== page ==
Sunday, April 25, 2010
Who Killed Betty Shanks?
Who Killed Betty Shanks? by Ken Blanch
This is a very short (120pp) easy to read and interesting account of the murder of Betty Shanks. It is one of Brisbane's most famous un-solved crimes to date. This account was published in 2006 and written by Ken Blanch, one of the reporters from The Brisbane Telegraph at the time of the murder. The introduction is by Des Sturgess Q.C. - one of Betty Shanks' friends at University of Queensland. It is part of a True Crime series published by Jack Sims.
The book is interesting in a number of ways. It reflects the social mores of the time and Blanch says that the murder transformed the lifestyle of Brisbane forever..."in twenty-four hours...the city was changed from a place of unlocked doors and open windows, where women walked the night streets without a care to a place of shutters and bolts where they did not dare to venture out unescorted." And...."The effect of the crime on Brisbane social life was immediate. Within days of the murder, picture theatres were reporting massive declines audiences, city restaurants were complaining of dwindling dinner patronage, and taxi companies were experiencing a boom in business. Both new car distributors and used car yards reported a sales boom as young men invested in vehicles that would ensure the safe movement of their female companions at night, and the City Council and railway authorities noticed a sudden decline in night bus, tram and train patronage.' (page. 52)
This was an era when women wore gloves to work (even in the steamy heat of Brisbane) and when the trams were still running. It was an era when Lottery winners' names were published in the paper. This practice ceased shortly after the murder as this was one of the suspected motives behind the crime; Shanks having won a share of First Division earlier in the year.
The account is also interesting because it attempts to reveal as much as possible about the personal life of Betty Shanks. Whilst there was no evidence of rape, the body was left in such a manner as to indicate an attempt at sexual crime. Ms Shanks' virtue, as always seems to be the case in sexual crimes, was the subject of much debate. Her friends staunchly defended her honour, as did the pathologist.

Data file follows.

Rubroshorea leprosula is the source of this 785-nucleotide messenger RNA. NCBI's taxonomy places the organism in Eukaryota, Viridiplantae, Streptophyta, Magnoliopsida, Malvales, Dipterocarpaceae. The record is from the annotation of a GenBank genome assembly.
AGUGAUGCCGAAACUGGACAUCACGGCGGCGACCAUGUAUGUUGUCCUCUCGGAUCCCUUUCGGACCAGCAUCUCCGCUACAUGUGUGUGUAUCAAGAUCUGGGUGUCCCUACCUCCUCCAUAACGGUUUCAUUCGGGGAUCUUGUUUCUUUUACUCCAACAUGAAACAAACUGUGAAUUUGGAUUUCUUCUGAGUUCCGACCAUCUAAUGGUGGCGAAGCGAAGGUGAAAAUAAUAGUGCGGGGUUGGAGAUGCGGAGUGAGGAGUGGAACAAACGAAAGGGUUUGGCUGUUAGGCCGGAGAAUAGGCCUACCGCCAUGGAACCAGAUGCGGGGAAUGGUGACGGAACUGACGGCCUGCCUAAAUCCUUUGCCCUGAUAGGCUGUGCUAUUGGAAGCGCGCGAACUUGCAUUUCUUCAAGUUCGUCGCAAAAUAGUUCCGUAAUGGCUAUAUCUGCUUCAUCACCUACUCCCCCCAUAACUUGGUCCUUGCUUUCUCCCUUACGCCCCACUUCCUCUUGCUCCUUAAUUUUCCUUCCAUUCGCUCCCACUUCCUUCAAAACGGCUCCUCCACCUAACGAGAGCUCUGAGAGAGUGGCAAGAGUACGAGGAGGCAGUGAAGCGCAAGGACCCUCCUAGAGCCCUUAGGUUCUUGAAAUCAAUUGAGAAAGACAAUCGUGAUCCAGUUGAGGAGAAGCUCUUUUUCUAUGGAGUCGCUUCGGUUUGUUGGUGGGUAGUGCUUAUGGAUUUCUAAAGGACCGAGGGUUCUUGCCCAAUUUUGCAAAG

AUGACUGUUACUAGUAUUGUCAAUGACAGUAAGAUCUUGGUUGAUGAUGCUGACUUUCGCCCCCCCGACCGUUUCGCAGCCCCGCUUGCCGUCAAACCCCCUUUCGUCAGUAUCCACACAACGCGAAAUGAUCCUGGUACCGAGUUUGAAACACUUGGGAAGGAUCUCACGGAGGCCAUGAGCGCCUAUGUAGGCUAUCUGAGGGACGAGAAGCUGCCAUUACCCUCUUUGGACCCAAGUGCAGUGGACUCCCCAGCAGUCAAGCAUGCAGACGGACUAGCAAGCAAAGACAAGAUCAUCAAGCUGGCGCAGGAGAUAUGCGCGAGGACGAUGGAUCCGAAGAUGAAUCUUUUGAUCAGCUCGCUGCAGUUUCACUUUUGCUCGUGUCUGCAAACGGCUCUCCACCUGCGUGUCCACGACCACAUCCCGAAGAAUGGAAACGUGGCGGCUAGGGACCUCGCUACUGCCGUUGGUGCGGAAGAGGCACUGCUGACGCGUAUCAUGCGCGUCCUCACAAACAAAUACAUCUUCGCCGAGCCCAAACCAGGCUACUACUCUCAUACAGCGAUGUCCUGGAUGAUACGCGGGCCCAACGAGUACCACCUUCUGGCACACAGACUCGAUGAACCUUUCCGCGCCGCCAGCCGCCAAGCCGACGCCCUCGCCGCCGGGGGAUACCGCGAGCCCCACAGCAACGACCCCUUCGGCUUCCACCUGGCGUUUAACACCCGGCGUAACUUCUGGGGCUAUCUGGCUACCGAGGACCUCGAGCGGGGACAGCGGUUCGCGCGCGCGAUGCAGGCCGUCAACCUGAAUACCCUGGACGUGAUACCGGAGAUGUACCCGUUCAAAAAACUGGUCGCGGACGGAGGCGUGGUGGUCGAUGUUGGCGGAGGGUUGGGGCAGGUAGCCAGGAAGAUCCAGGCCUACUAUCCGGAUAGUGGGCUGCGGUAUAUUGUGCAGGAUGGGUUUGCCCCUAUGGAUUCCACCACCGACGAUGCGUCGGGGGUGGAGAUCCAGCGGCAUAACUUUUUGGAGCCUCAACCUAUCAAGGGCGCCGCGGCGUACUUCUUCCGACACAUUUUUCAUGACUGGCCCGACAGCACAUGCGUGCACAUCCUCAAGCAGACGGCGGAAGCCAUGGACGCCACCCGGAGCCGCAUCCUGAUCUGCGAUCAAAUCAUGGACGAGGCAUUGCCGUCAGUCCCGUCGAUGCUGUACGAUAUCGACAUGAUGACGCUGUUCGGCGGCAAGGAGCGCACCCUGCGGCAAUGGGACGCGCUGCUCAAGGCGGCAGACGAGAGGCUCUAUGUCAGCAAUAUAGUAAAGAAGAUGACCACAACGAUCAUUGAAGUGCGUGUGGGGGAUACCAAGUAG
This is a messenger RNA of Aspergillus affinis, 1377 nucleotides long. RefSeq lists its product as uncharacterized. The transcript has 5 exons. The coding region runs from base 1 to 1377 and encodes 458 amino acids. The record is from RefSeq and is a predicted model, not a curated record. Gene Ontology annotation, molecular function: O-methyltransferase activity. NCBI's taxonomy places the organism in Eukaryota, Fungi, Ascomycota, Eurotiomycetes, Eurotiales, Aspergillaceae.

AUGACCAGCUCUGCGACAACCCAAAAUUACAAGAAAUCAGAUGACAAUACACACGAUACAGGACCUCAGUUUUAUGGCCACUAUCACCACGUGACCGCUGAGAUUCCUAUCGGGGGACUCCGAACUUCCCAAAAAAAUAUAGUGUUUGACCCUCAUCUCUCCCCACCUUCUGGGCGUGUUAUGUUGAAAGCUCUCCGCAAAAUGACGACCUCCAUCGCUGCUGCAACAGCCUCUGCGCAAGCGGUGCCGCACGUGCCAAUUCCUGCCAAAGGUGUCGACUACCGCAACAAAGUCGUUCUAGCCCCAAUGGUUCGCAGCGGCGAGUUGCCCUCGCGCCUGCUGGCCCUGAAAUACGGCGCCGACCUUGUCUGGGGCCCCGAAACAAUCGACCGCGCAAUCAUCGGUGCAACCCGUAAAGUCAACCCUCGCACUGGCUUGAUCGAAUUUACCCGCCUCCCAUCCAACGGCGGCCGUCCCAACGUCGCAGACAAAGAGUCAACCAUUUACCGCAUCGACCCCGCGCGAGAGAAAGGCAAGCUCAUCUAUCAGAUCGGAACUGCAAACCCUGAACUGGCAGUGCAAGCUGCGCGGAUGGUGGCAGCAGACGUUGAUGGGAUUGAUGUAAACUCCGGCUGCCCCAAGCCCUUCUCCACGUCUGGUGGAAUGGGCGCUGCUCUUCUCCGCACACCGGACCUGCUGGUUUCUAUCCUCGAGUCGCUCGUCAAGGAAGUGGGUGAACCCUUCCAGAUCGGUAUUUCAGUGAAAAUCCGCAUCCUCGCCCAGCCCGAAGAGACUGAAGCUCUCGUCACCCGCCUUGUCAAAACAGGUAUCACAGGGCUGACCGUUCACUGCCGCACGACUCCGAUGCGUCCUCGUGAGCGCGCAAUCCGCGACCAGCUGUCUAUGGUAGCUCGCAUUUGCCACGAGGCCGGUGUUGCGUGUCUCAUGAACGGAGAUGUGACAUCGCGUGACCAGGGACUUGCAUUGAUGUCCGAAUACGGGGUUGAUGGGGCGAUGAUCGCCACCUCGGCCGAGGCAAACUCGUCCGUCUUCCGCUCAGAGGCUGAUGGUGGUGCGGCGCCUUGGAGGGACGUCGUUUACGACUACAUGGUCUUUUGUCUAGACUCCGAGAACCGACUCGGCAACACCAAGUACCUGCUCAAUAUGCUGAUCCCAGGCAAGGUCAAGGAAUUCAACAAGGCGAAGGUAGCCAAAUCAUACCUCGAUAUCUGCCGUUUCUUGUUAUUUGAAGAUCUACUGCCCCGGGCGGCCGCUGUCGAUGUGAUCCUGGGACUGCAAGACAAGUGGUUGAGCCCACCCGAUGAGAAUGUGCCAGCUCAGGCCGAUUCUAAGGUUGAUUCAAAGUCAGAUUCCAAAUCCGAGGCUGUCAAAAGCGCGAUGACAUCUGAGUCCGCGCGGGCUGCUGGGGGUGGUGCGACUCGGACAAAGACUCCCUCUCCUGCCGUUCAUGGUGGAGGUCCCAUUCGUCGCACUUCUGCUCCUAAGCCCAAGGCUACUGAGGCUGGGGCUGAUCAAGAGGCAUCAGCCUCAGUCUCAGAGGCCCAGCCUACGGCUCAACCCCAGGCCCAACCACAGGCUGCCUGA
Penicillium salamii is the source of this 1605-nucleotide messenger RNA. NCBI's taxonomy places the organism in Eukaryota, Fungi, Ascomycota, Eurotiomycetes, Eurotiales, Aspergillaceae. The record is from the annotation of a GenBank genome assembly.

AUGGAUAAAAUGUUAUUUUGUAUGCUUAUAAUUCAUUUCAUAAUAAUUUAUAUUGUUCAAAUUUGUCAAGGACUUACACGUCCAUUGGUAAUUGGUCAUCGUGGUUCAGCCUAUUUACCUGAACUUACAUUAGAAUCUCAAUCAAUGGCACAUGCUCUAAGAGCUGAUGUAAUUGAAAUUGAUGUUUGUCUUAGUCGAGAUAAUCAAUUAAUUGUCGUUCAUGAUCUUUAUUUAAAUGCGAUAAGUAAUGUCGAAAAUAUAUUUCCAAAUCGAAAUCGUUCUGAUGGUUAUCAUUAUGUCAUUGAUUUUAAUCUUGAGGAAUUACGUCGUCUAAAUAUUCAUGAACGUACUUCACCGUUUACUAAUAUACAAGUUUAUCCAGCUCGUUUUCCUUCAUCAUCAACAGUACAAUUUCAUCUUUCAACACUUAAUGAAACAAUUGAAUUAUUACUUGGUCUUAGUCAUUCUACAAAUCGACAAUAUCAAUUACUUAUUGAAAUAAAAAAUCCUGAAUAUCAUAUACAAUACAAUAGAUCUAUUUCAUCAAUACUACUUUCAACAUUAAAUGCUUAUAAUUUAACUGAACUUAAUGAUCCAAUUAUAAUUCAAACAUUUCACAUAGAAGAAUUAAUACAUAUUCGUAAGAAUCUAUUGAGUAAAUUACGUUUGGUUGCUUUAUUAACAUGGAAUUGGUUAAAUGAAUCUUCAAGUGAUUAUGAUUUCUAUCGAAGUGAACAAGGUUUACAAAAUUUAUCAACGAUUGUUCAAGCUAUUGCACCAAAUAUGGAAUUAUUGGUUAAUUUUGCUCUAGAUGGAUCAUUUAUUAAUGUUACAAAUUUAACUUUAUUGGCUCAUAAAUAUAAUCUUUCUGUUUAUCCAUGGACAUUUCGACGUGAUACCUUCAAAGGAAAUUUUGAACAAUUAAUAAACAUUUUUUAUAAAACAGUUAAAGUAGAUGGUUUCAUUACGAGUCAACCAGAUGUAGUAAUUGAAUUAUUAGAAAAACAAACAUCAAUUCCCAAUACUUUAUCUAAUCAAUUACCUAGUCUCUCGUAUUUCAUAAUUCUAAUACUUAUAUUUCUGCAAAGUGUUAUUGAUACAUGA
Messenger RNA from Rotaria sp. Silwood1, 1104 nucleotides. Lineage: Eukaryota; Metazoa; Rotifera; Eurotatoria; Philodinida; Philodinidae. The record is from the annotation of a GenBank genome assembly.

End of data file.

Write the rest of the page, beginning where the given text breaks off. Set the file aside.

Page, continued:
There was also much rumour and innuendo regarding her membership of the Queensland Civil Liberties League and the University Radical Club. This was the Menzies era of fear of "reds under the bed" and the like.
The book concludes that heinous crimes such as this affect not only those close to the victims but also the rest of society in many ways. One of Betty's friends included Barbara Blackman, first wife of famous Australian artist Charles Blackman. Blanch says "The unsolved murder of Betty...is said to have affected Ms Blackman deeply." (p. 104) This in turn is alleged to have had "a profound influence on the life and fortunes of her former husband, who was in Melbourne at the time. " His well-known Schoolgirl series of paintings/sketches was inspired by an unrelated murder over 30 years earlier in Melbourne - the rape and murder of a 12-year old schoolgirl Alma Tirtschke in a lane in Melbourne's old Eastern markets.
Charles Blackman - Schoolgirl
The book cannot offer a solution to the crime. Many possibilities are posited e.g. Betty Shanks was in the wrong place at the wrong time. I am forced to conclude that it was most likely a case of mistaken identity or sheer bad luck. I look forward to the release of the official police files of the case (one of the most extensive files in the CIB's collection) in 2017.
Blanch is to be commended for his multi-faceted account and also for the inclusion of detailed maps and murder trails of the crime scene, which may seem gruesome to some, but are invaluable to local historians and those interested in the history of Brisbane.
The book is available at the Brisbane City Council Library or if you would like to purchase others in the series click on this link
Posted by Alex Daw at 1:56 PM